Sweetness and power

Fred Gardner on American society and sweet snacks.

One out of 10 meals purchased from a restaurant this year will be consumed in a car. When snacks from convenience stores are included, the incidence of eating-while-driving may be as high as one in six meals, according to a marketing survey reported in the Wall Street Journal. "Consumers are very proud when they use time more efficiently," says consultant Gary Steibel of Westport, Conn. Burger King is testing "a new pocket-like sandwich wrapper that is easier to pick up and put down -- a benefit in stop-and-go traffic..." Steve Barnett, an anthropologist and principal with Global Business Network, which tracks consumer behavior (and former director of product planning for Nissan North America) says some people today get upset if their commute is too short because it's the only time they have to themselves. “Work is hectic, home is hectic, but the car is always quiet.” he says.

Some behavioral experts say the urge to eat in the car may run even deeper. People need to balance their sensory stimulation, says Michael T. Marsden, a dean at Northern Michigan University who has done extensive research on car culture in America... “Some industry experts think the car companies will eventually come around to equipping cars for mealtime." Drive through windows now account for 55% of the business in restaurants where they’re available. "French fries are eminently eatable in the car," says a McDonald's spokesperson. Guess he doesn't use much ketchup.

In Sweetness and Power, Sidney Mintz shows how capitalism has undermined the social quality of eating as well as the nutritional content of what we eat. The diet of Scottish working people (who, until the mid-18th century were mainly agricultural workers), was based on porridge and milk. When the workers were driven off the land, they switched to bread with butter and tea with sugar. "The jute industry provided opportunities for female labour, so that many housewives went out to work in Dundee. When the mother is at work there is not time to prepare porridge or broth..."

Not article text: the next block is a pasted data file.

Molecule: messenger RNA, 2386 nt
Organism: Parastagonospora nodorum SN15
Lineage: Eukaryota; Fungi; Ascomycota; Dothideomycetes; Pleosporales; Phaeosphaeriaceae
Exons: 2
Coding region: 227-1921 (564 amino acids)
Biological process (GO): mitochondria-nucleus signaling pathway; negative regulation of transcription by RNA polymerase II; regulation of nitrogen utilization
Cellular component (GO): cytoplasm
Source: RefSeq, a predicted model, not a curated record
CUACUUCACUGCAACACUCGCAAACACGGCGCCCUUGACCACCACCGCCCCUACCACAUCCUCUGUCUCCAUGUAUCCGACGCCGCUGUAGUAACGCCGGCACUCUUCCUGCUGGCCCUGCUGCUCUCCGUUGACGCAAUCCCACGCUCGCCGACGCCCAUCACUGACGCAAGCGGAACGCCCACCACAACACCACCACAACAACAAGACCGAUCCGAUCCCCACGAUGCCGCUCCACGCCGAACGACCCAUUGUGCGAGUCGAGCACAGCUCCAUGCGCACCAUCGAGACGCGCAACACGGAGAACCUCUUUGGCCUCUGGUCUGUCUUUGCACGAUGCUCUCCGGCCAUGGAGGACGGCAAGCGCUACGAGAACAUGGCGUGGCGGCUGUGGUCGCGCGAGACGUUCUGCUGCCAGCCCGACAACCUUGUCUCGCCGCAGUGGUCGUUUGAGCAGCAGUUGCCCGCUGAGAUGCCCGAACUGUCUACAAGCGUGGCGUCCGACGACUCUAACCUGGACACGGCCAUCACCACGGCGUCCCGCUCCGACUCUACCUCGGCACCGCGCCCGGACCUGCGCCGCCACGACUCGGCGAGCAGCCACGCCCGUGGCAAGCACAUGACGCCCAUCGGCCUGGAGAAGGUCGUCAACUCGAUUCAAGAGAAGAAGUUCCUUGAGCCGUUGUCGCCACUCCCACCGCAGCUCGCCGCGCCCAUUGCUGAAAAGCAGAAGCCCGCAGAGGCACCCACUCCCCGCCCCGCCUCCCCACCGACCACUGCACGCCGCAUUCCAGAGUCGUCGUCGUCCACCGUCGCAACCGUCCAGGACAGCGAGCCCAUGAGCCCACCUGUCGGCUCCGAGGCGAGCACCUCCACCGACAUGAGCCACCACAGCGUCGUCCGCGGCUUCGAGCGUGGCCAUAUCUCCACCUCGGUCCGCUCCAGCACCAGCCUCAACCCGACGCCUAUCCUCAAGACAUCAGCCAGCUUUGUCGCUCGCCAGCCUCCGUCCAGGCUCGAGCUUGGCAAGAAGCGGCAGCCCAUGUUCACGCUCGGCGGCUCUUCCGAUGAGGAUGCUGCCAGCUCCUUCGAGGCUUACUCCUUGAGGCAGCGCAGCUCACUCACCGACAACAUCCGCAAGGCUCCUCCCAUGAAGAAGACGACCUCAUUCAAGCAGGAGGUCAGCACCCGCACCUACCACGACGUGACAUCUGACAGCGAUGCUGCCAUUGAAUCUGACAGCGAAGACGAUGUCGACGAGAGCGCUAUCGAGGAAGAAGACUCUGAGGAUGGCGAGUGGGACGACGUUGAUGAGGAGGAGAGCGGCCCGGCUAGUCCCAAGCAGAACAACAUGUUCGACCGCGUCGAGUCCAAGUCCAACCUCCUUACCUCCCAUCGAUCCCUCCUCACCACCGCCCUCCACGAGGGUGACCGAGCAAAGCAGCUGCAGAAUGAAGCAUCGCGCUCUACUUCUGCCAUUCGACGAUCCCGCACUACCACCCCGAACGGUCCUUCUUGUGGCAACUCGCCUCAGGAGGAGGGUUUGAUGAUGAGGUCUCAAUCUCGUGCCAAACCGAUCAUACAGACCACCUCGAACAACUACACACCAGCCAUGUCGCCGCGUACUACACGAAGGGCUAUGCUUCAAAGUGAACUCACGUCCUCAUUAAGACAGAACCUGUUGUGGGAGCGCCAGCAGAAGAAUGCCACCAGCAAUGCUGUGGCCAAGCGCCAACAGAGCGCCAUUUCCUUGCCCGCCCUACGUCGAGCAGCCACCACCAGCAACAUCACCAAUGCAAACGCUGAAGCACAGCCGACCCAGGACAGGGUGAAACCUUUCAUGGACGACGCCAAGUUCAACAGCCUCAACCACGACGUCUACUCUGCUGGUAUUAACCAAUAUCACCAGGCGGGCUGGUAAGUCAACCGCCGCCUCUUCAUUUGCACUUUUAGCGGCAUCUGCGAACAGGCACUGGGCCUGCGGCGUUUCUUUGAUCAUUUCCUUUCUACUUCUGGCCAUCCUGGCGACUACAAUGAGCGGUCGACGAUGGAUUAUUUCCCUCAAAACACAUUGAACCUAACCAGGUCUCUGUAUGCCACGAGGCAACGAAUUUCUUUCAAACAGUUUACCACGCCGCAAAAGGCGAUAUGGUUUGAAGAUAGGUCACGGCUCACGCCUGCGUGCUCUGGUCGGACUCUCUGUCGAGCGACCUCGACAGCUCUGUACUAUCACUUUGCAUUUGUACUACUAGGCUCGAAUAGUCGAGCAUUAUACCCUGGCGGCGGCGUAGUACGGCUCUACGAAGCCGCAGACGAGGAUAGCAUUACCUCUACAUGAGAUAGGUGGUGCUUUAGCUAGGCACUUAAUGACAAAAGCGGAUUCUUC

Mintz adds, "Sweetened preserves (more than 50% sugar), which could be left standing indefinitely without spoiling ;and without refrigeration, which were cheap and appealing to children, and which tasted better than more costly butter with store-purchased bread, outstripped or replaced porridge, much as tea had replaced milk and home-brewed beer. In practice, the convenience foods freed the wage-earning wife from one or even two meal preparations per day, meanwhile providing large numbers of calories to all her family. Hot tea (with sugar) often replaced hot meals for children off the job, as well as for adults on the job." At the start of the 19th century, sugar accounted for 2 percent of the total calories in Scottish workers' diet. By the end of the century it was more than 14 percent.

The trend continues worldwide, with simple carbohydrates (sucrose) replacing complex carbohydrate (starches) wherever workers have been driven off the land (everywhere). "Together with the sugar increases come remarkable increase in the consumption of fats," according to Mintz. In the US the consumption of sugar as a proportion of carbohydrates has doubled in this century. The total daily average per capita consumption of complex carbohydrates fell from about 350 grams to about 180 grams between 1910 and 1970, while the consumption of fat increased by 25 percent. With further increase in recent years, the typical American is now consuming three-quarters of a pound of fat and sugar per day.

The way we live now is characterized by "desocialized eating," says Mintz. "Choices to be made about eating -- when, where, what, how much, how quickly -- are now made with less reference to fellow eaters, and within ranges predetermined, on the one hand, by food technology and, on the other, by what are perceived as time constraints. The experience of time in modern society is often one of an insoluble shortage, and the perception may be essential to the smooth functioning of an economic system based on the principle of ever-expanding consumption." Mintz's brilliant

study provides data that debunks the myth of progress and the myth that capitalism promotes "family values."

-- Fred Gardner

reprinted from the Anderson Valley Advertiser

(POB 459,Boonville, CA 95415)